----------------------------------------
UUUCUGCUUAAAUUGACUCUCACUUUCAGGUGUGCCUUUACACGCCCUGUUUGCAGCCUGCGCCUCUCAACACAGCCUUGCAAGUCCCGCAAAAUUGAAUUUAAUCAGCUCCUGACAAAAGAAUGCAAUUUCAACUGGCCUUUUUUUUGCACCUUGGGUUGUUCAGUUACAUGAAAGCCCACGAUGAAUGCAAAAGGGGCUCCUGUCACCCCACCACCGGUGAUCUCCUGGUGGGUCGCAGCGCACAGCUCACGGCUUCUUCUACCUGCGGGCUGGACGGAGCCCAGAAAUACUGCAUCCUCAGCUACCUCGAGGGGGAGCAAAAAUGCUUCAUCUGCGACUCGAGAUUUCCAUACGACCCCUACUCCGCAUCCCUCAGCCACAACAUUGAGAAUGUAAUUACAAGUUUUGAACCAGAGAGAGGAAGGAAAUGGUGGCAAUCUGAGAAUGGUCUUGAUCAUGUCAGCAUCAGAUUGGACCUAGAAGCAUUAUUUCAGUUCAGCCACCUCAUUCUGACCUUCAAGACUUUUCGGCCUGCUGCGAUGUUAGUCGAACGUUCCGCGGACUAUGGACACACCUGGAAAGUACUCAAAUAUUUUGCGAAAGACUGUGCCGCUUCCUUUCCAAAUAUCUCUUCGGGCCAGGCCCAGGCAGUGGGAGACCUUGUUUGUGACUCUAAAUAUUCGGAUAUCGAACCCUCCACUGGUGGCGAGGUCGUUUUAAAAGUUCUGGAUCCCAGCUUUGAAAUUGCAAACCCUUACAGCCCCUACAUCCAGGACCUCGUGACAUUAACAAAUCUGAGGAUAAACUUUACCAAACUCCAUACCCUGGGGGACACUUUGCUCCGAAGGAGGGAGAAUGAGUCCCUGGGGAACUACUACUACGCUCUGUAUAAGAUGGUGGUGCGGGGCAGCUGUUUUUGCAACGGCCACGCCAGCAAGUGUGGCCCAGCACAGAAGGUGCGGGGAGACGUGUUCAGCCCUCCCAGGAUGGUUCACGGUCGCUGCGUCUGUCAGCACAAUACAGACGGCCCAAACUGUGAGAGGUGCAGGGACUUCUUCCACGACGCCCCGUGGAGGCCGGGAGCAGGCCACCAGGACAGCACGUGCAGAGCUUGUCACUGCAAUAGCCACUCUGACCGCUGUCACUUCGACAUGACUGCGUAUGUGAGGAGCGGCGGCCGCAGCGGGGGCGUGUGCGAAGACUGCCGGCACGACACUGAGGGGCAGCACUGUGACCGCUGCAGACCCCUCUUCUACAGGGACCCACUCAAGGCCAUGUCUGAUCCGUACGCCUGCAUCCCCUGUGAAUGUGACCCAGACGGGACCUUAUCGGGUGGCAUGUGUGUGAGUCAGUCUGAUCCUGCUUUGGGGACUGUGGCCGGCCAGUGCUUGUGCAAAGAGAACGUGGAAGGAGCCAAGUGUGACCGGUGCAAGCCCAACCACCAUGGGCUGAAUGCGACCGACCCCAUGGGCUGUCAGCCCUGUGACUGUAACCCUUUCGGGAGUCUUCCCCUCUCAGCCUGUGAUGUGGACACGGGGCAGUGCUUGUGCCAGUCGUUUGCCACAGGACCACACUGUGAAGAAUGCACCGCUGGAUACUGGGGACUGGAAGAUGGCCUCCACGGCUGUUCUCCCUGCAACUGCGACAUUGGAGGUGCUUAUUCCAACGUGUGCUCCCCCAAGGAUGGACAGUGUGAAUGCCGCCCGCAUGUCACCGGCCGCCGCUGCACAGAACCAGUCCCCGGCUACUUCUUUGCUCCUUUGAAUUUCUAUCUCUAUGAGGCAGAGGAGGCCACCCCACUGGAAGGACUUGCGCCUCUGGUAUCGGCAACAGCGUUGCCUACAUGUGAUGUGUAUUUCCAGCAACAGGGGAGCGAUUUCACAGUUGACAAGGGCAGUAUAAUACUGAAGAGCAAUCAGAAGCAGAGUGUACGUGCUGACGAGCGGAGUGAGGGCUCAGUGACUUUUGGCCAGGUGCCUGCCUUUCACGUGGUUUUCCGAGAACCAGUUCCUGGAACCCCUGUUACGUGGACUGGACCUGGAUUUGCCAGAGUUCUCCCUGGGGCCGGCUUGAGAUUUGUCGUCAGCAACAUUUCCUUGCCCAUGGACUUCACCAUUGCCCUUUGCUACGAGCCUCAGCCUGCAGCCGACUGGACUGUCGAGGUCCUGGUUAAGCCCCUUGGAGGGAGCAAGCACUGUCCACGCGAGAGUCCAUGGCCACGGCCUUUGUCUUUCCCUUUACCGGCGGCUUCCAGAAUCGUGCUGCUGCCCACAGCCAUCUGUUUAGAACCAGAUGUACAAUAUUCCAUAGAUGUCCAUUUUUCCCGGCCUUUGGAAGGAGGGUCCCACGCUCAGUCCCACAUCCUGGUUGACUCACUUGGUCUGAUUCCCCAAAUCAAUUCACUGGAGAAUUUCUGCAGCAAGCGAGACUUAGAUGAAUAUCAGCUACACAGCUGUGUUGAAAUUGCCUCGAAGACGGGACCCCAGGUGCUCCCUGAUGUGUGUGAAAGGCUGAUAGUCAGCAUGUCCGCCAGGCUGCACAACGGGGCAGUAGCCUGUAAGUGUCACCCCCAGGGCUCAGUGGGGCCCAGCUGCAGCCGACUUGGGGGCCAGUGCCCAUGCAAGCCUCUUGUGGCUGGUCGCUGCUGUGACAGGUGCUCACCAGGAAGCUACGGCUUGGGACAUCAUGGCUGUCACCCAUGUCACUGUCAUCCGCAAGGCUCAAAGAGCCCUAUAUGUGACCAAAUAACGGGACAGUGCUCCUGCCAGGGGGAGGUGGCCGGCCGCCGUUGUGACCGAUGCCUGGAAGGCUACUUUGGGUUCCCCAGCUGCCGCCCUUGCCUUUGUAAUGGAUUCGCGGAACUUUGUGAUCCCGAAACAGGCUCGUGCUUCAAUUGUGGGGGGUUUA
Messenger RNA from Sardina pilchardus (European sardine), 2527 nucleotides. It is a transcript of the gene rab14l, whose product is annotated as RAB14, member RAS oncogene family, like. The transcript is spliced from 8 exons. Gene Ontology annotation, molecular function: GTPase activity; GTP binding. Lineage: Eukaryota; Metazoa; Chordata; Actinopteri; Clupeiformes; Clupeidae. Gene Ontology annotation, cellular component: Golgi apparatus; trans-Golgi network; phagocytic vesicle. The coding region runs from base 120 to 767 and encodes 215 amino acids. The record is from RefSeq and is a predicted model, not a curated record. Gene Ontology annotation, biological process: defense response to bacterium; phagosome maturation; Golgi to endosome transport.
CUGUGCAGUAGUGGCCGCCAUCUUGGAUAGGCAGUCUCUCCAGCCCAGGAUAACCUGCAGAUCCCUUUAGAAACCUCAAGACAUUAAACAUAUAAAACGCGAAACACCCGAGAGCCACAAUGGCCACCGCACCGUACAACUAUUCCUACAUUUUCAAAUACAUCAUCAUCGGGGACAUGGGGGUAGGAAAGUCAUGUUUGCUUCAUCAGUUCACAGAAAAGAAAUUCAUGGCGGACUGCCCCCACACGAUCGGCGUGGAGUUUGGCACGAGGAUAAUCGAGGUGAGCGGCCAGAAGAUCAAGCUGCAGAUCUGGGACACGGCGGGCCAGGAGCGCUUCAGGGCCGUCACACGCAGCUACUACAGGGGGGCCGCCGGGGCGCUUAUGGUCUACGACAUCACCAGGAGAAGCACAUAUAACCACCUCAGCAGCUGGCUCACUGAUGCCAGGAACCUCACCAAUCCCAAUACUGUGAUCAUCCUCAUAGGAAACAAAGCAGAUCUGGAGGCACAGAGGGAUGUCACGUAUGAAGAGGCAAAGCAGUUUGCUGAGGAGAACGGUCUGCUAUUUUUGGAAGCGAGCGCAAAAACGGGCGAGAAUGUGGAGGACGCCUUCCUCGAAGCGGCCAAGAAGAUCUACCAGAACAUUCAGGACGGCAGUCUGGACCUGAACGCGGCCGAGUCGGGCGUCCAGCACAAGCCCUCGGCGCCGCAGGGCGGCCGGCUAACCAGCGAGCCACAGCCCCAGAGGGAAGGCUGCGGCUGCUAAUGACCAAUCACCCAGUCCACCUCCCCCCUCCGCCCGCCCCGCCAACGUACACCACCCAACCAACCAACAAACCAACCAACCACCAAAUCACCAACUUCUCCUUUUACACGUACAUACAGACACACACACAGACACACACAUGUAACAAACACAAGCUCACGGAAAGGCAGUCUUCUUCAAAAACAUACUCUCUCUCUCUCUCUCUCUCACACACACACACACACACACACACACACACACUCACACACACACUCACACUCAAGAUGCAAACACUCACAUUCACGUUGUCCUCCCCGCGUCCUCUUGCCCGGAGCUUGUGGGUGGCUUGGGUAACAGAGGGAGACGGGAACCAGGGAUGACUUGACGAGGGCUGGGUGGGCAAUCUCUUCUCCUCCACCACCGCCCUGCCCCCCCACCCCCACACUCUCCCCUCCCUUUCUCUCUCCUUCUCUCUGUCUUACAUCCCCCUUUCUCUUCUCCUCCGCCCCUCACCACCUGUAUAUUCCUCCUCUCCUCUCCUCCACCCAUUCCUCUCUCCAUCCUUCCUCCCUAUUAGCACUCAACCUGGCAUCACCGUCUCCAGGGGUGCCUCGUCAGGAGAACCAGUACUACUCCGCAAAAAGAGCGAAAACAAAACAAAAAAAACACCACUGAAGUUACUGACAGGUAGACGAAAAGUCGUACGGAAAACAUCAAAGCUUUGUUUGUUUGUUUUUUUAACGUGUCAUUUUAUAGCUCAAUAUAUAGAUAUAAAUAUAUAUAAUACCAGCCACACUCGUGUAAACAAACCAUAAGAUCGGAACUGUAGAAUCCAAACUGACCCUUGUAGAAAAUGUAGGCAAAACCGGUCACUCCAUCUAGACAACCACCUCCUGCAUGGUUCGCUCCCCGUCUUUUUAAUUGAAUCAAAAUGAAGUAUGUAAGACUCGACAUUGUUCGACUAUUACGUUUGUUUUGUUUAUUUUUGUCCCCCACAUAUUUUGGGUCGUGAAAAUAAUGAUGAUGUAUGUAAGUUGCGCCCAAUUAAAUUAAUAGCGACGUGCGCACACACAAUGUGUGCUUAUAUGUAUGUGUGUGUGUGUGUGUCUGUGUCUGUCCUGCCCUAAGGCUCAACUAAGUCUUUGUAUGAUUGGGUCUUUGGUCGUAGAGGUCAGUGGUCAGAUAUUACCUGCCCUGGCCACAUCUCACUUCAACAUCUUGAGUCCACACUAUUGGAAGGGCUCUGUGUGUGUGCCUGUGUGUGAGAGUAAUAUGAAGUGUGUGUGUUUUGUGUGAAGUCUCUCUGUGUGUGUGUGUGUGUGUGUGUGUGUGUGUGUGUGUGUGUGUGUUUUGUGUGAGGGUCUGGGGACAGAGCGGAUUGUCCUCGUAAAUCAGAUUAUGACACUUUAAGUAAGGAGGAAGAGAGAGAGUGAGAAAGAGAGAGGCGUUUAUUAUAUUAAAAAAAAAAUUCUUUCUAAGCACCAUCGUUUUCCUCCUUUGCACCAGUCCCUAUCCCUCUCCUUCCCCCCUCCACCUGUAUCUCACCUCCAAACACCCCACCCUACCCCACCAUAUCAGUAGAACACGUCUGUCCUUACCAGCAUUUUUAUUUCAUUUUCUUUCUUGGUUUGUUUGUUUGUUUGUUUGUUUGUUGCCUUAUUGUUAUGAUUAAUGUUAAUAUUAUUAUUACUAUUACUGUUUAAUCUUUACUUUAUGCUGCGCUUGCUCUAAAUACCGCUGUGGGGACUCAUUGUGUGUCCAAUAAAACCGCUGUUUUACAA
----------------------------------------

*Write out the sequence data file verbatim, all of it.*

UUUCUGCUUAAAUUGACUCUCACUUUCAGGUGUGCCUUUACACGCCCUGUUUGCAGCCUGCGCCUCUCAACACAGCCUUGCAAGUCCCGCAAAAUUGAAUUUAAUCAGCUCCUGACAAAAGAAUGCAAUUUCAACUGGCCUUUUUUUUGCACCUUGGGUUGUUCAGUUACAUGAAAGCCCACGAUGAAUGCAAAAGGGGCUCCUGUCACCCCACCACCGGUGAUCUCCUGGUGGGUCGCAGCGCACAGCUCACGGCUUCUUCUACCUGCGGGCUGGACGGAGCCCAGAAAUACUGCAUCCUCAGCUACCUCGAGGGGGAGCAAAAAUGCUUCAUCUGCGACUCGAGAUUUCCAUACGACCCCUACUCCGCAUCCCUCAGCCACAACAUUGAGAAUGUAAUUACAAGUUUUGAACCAGAGAGAGGAAGGAAAUGGUGGCAAUCUGAGAAUGGUCUUGAUCAUGUCAGCAUCAGAUUGGACCUAGAAGCAUUAUUUCAGUUCAGCCACCUCAUUCUGACCUUCAAGACUUUUCGGCCUGCUGCGAUGUUAGUCGAACGUUCCGCGGACUAUGGACACACCUGGAAAGUACUCAAAUAUUUUGCGAAAGACUGUGCCGCUUCCUUUCCAAAUAUCUCUUCGGGCCAGGCCCAGGCAGUGGGAGACCUUGUUUGUGACUCUAAAUAUUCGGAUAUCGAACCCUCCACUGGUGGCGAGGUCGUUUUAAAAGUUCUGGAUCCCAGCUUUGAAAUUGCAAACCCUUACAGCCCCUACAUCCAGGACCUCGUGACAUUAACAAAUCUGAGGAUAAACUUUACCAAACUCCAUACCCUGGGGGACACUUUGCUCCGAAGGAGGGAGAAUGAGUCCCUGGGGAACUACUACUACGCUCUGUAUAAGAUGGUGGUGCGGGGCAGCUGUUUUUGCAACGGCCACGCCAGCAAGUGUGGCCCAGCACAGAAGGUGCGGGGAGACGUGUUCAGCCCUCCCAGGAUGGUUCACGGUCGCUGCGUCUGUCAGCACAAUACAGACGGCCCAAACUGUGAGAGGUGCAGGGACUUCUUCCACGACGCCCCGUGGAGGCCGGGAGCAGGCCACCAGGACAGCACGUGCAGAGCUUGUCACUGCAAUAGCCACUCUGACCGCUGUCACUUCGACAUGACUGCGUAUGUGAGGAGCGGCGGCCGCAGCGGGGGCGUGUGCGAAGACUGCCGGCACGACACUGAGGGGCAGCACUGUGACCGCUGCAGACCCCUCUUCUACAGGGACCCACUCAAGGCCAUGUCUGAUCCGUACGCCUGCAUCCCCUGUGAAUGUGACCCAGACGGGACCUUAUCGGGUGGCAUGUGUGUGAGUCAGUCUGAUCCUGCUUUGGGGACUGUGGCCGGCCAGUGCUUGUGCAAAGAGAACGUGGAAGGAGCCAAGUGUGACCGGUGCAAGCCCAACCACCAUGGGCUGAAUGCGACCGACCCCAUGGGCUGUCAGCCCUGUGACUGUAACCCUUUCGGGAGUCUUCCCCUCUCAGCCUGUGAUGUGGACACGGGGCAGUGCUUGUGCCAGUCGUUUGCCACAGGACCACACUGUGAAGAAUGCACCGCUGGAUACUGGGGACUGGAAGAUGGCCUCCACGGCUGUUCUCCCUGCAACUGCGACAUUGGAGGUGCUUAUUCCAACGUGUGCUCCCCCAAGGAUGGACAGUGUGAAUGCCGCCCGCAUGUCACCGGCCGCCGCUGCACAGAACCAGUCCCCGGCUACUUCUUUGCUCCUUUGAAUUUCUAUCUCUAUGAGGCAGAGGAGGCCACCCCACUGGAAGGACUUGCGCCUCUGGUAUCGGCAACAGCGUUGCCUACAUGUGAUGUGUAUUUCCAGCAACAGGGGAGCGAUUUCACAGUUGACAAGGGCAGUAUAAUACUGAAGAGCAAUCAGAAGCAGAGUGUACGUGCUGACGAGCGGAGUGAGGGCUCAGUGACUUUUGGCCAGGUGCCUGCCUUUCACGUGGUUUUCCGAGAACCAGUUCCUGGAACCCCUGUUACGUGGACUGGACCUGGAUUUGCCAGAGUUCUCCCUGGGGCCGGCUUGAGAUUUGUCGUCAGCAACAUUUCCUUGCCCAUGGACUUCACCAUUGCCCUUUGCUACGAGCCUCAGCCUGCAGCCGACUGGACUGUCGAGGUCCUGGUUAAGCCCCUUGGAGGGAGCAAGCACUGUCCACGCGAGAGUCCAUGGCCACGGCCUUUGUCUUUCCCUUUACCGGCGGCUUCCAGAAUCGUGCUGCUGCCCACAGCCAUCUGUUUAGAACCAGAUGUACAAUAUUCCAUAGAUGUCCAUUUUUCCCGGCCUUUGGAAGGAGGGUCCCACGCUCAGUCCCACAUCCUGGUUGACUCACUUGGUCUGAUUCCCCAAAUCAAUUCACUGGAGAAUUUCUGCAGCAAGCGAGACUUAGAUGAAUAUCAGCUACACAGCUGUGUUGAAAUUGCCUCGAAGACGGGACCCCAGGUGCUCCCUGAUGUGUGUGAAAGGCUGAUAGUCAGCAUGUCCGCCAGGCUGCACAACGGGGCAGUAGCCUGUAAGUGUCACCCCCAGGGCUCAGUGGGGCCCAGCUGCAGCCGACUUGGGGGCCAGUGCCCAUGCAAGCCUCUUGUGGCUGGUCGCUGCUGUGACAGGUGCUCACCAGGAAGCUACGGCUUGGGACAUCAUGGCUGUCACCCAUGUCACUGUCAUCCGCAAGGCUCAAAGAGCCCUAUAUGUGACCAAAUAACGGGACAGUGCUCCUGCCAGGGGGAGGUGGCCGGCCGCCGUUGUGACCGAUGCCUGGAAGGCUACUUUGGGUUCCCCAGCUGCCGCCCUUGCCUUUGUAAUGGAUUCGCGGAACUUUGUGAUCCCGAAACAGGCUCGUGCUUCAAUUGUGGGGGGUUUA
Messenger RNA from Sardina pilchardus (European sardine), 2527 nucleotides. It is a transcript of the gene rab14l, whose product is annotated as RAB14, member RAS oncogene family, like. The transcript is spliced from 8 exons. Gene Ontology annotation, molecular function: GTPase activity; GTP binding. Lineage: Eukaryota; Metazoa; Chordata; Actinopteri; Clupeiformes; Clupeidae. Gene Ontology annotation, cellular component: Golgi apparatus; trans-Golgi network; phagocytic vesicle. The coding region runs from base 120 to 767 and encodes 215 amino acids. The record is from RefSeq and is a predicted model, not a curated record. Gene Ontology annotation, biological process: defense response to bacterium; phagosome maturation; Golgi to endosome transport.
CUGUGCAGUAGUGGCCGCCAUCUUGGAUAGGCAGUCUCUCCAGCCCAGGAUAACCUGCAGAUCCCUUUAGAAACCUCAAGACAUUAAACAUAUAAAACGCGAAACACCCGAGAGCCACAAUGGCCACCGCACCGUACAACUAUUCCUACAUUUUCAAAUACAUCAUCAUCGGGGACAUGGGGGUAGGAAAGUCAUGUUUGCUUCAUCAGUUCACAGAAAAGAAAUUCAUGGCGGACUGCCCCCACACGAUCGGCGUGGAGUUUGGCACGAGGAUAAUCGAGGUGAGCGGCCAGAAGAUCAAGCUGCAGAUCUGGGACACGGCGGGCCAGGAGCGCUUCAGGGCCGUCACACGCAGCUACUACAGGGGGGCCGCCGGGGCGCUUAUGGUCUACGACAUCACCAGGAGAAGCACAUAUAACCACCUCAGCAGCUGGCUCACUGAUGCCAGGAACCUCACCAAUCCCAAUACUGUGAUCAUCCUCAUAGGAAACAAAGCAGAUCUGGAGGCACAGAGGGAUGUCACGUAUGAAGAGGCAAAGCAGUUUGCUGAGGAGAACGGUCUGCUAUUUUUGGAAGCGAGCGCAAAAACGGGCGAGAAUGUGGAGGACGCCUUCCUCGAAGCGGCCAAGAAGAUCUACCAGAACAUUCAGGACGGCAGUCUGGACCUGAACGCGGCCGAGUCGGGCGUCCAGCACAAGCCCUCGGCGCCGCAGGGCGGCCGGCUAACCAGCGAGCCACAGCCCCAGAGGGAAGGCUGCGGCUGCUAAUGACCAAUCACCCAGUCCACCUCCCCCCUCCGCCCGCCCCGCCAACGUACACCACCCAACCAACCAACAAACCAACCAACCACCAAAUCACCAACUUCUCCUUUUACACGUACAUACAGACACACACACAGACACACACAUGUAACAAACACAAGCUCACGGAAAGGCAGUCUUCUUCAAAAACAUACUCUCUCUCUCUCUCUCUCUCACACACACACACACACACACACACACACACACUCACACACACACUCACACUCAAGAUGCAAACACUCACAUUCACGUUGUCCUCCCCGCGUCCUCUUGCCCGGAGCUUGUGGGUGGCUUGGGUAACAGAGGGAGACGGGAACCAGGGAUGACUUGACGAGGGCUGGGUGGGCAAUCUCUUCUCCUCCACCACCGCCCUGCCCCCCCACCCCCACACUCUCCCCUCCCUUUCUCUCUCCUUCUCUCUGUCUUACAUCCCCCUUUCUCUUCUCCUCCGCCCCUCACCACCUGUAUAUUCCUCCUCUCCUCUCCUCCACCCAUUCCUCUCUCCAUCCUUCCUCCCUAUUAGCACUCAACCUGGCAUCACCGUCUCCAGGGGUGCCUCGUCAGGAGAACCAGUACUACUCCGCAAAAAGAGCGAAAACAAAACAAAAAAAACACCACUGAAGUUACUGACAGGUAGACGAAAAGUCGUACGGAAAACAUCAAAGCUUUGUUUGUUUGUUUUUUUAACGUGUCAUUUUAUAGCUCAAUAUAUAGAUAUAAAUAUAUAUAAUACCAGCCACACUCGUGUAAACAAACCAUAAGAUCGGAACUGUAGAAUCCAAACUGACCCUUGUAGAAAAUGUAGGCAAAACCGGUCACUCCAUCUAGACAACCACCUCCUGCAUGGUUCGCUCCCCGUCUUUUUAAUUGAAUCAAAAUGAAGUAUGUAAGACUCGACAUUGUUCGACUAUUACGUUUGUUUUGUUUAUUUUUGUCCCCCACAUAUUUUGGGUCGUGAAAAUAAUGAUGAUGUAUGUAAGUUGCGCCCAAUUAAAUUAAUAGCGACGUGCGCACACACAAUGUGUGCUUAUAUGUAUGUGUGUGUGUGUGUGUCUGUGUCUGUCCUGCCCUAAGGCUCAACUAAGUCUUUGUAUGAUUGGGUCUUUGGUCGUAGAGGUCAGUGGUCAGAUAUUACCUGCCCUGGCCACAUCUCACUUCAACAUCUUGAGUCCACACUAUUGGAAGGGCUCUGUGUGUGUGCCUGUGUGUGAGAGUAAUAUGAAGUGUGUGUGUUUUGUGUGAAGUCUCUCUGUGUGUGUGUGUGUGUGUGUGUGUGUGUGUGUGUGUGUGUGUGUUUUGUGUGAGGGUCUGGGGACAGAGCGGAUUGUCCUCGUAAAUCAGAUUAUGACACUUUAAGUAAGGAGGAAGAGAGAGAGUGAGAAAGAGAGAGGCGUUUAUUAUAUUAAAAAAAAAAUUCUUUCUAAGCACCAUCGUUUUCCUCCUUUGCACCAGUCCCUAUCCCUCUCCUUCCCCCCUCCACCUGUAUCUCACCUCCAAACACCCCACCCUACCCCACCAUAUCAGUAGAACACGUCUGUCCUUACCAGCAUUUUUAUUUCAUUUUCUUUCUUGGUUUGUUUGUUUGUUUGUUUGUUUGUUGCCUUAUUGUUAUGAUUAAUGUUAAUAUUAUUAUUACUAUUACUGUUUAAUCUUUACUUUAUGCUGCGCUUGCUCUAAAUACCGCUGUGGGGACUCAUUGUGUGUCCAAUAAAACCGCUGUUUUACAA